Among the expensive and popular NFT-collections like CryptoPunks and Bored Ape, is EtherRock – a set of 100 pictures of stones of the same shape, but different colors. The tokens in this collection are worth millions of dollars. But an NFT collector accidentally sold one of these that he wanted to place for $1.2 million, for a penny.
The NFT Rock Dust trader wanted to sell his EtherRock NFT for 444 ETH, which at the time of writing is worth $1,143,082. Instead, he listed the value of the NFT as 444 Wei, the smallest unit of ethereal currency, making it out to less than one cent.
Wei is the smallest denomination of the Ethereum cryptocurrency; one ether (ETH) is equal to 1,000,000,000,000,000,000 Wei. And that means that an error in the denomination negated the price of the piece.
A previous piece of this rare rock had sold for $1.7 million.
Before the trader realized his mistake, he had practically lost his entire fortune, as he explained on Twitter.
“I just erroneously listed @etherrock #44 for 444 wei instead of 444 eth,” the NFT collector, @dino_dealer, wrote on Twitter.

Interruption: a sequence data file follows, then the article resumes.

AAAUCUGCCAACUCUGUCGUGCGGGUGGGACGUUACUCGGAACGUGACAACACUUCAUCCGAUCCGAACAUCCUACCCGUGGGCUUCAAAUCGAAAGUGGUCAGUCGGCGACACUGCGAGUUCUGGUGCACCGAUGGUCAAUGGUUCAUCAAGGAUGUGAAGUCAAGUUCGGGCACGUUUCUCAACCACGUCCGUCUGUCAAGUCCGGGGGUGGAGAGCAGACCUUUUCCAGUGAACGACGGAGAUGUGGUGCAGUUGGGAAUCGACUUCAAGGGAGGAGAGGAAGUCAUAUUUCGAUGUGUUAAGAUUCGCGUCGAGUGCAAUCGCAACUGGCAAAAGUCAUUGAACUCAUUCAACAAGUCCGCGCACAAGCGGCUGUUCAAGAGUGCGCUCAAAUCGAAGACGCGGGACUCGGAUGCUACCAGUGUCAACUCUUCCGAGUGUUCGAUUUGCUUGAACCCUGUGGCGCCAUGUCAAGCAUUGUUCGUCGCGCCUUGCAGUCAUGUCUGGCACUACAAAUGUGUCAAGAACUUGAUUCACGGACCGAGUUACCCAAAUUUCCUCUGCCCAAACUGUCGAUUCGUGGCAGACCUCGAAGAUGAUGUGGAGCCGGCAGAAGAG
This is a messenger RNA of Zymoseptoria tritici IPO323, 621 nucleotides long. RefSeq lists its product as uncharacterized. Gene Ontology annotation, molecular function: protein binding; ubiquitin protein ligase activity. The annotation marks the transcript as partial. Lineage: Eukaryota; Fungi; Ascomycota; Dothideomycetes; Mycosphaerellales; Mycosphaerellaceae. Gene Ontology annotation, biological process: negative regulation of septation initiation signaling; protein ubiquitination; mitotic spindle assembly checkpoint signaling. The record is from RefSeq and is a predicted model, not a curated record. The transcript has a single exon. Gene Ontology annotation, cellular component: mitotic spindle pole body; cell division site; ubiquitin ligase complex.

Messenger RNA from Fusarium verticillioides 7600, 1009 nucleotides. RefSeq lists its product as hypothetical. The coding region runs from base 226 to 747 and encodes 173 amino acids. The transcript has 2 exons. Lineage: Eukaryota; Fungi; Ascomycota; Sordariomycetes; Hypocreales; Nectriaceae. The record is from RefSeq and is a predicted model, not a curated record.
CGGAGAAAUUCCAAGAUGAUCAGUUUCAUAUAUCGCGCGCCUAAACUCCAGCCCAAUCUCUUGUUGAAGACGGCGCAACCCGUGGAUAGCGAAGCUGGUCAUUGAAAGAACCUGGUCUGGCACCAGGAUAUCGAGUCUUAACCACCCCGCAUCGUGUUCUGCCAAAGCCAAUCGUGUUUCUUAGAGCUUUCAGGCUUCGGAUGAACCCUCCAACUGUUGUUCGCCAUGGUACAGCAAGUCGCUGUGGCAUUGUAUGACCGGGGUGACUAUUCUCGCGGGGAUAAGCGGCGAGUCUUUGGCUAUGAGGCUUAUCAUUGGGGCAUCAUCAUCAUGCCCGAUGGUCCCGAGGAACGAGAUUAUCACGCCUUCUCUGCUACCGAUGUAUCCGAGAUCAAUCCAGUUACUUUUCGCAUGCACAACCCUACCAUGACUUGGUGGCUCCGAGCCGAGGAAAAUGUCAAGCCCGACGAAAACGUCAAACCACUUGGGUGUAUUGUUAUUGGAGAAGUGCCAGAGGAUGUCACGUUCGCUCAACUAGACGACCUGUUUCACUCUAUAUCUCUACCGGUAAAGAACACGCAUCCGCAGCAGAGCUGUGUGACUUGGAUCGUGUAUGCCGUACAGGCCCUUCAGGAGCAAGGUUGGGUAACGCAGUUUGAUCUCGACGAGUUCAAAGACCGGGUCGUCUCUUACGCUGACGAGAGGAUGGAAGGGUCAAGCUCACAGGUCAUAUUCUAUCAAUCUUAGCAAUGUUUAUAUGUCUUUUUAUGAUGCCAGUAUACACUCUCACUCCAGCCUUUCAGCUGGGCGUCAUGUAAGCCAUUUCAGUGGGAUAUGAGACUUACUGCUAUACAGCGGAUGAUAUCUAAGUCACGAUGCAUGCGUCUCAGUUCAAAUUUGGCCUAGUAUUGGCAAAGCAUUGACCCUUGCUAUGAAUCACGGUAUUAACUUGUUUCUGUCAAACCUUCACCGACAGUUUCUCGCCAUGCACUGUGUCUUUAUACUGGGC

They added, “Bot sniped it in the same block and trying to flip for 234 eth. In one click my entire net worth of ~$1 million dollars, gone. Is there any hope? Can snipers show mercy?”
Last year, a Bored Ape NFT was accidentally sold for a little over $3,000 (Rs 2.28 lakh) instead of $300,000 (Rs 2.28 crore) – thanks to a “fat-finger” typing error. By the time the owner spotted the error, it was too late.
“I instantly saw the error as my finger clicked the mouse but… it was instantly sniped before I could click ‘Cancel’ – and just like that, $250,000 was gone,” he told.
The NFT was bought immediately. The buyer paid an extra $34,000 to speed up the transaction, ensuring no one could snap it up before them. The Bored Ape was then promptly listed for $248,000.
Bots regularly scour NFT marketplaces like OpenSea and swoop in to capitalize on these mistakes. And unfortunately, the decentralized nature of cryptocurrencies means there can be little way to make amends or make a U-turn once a transaction has been executed.
It doesn’t help that sending crypto from one wallet to another usually involves a long string of letters and numbers — increasing the likelihood of a typographical error.
DinoDealer has attempted to reach out to the owner of the bot to get his Ether Rock back, appealing to their more generous side. However, it appears these messages have fallen on deaf ears so far — and worryingly, the victim has been approached by a number of suspicious individuals who are claiming to offer refunds.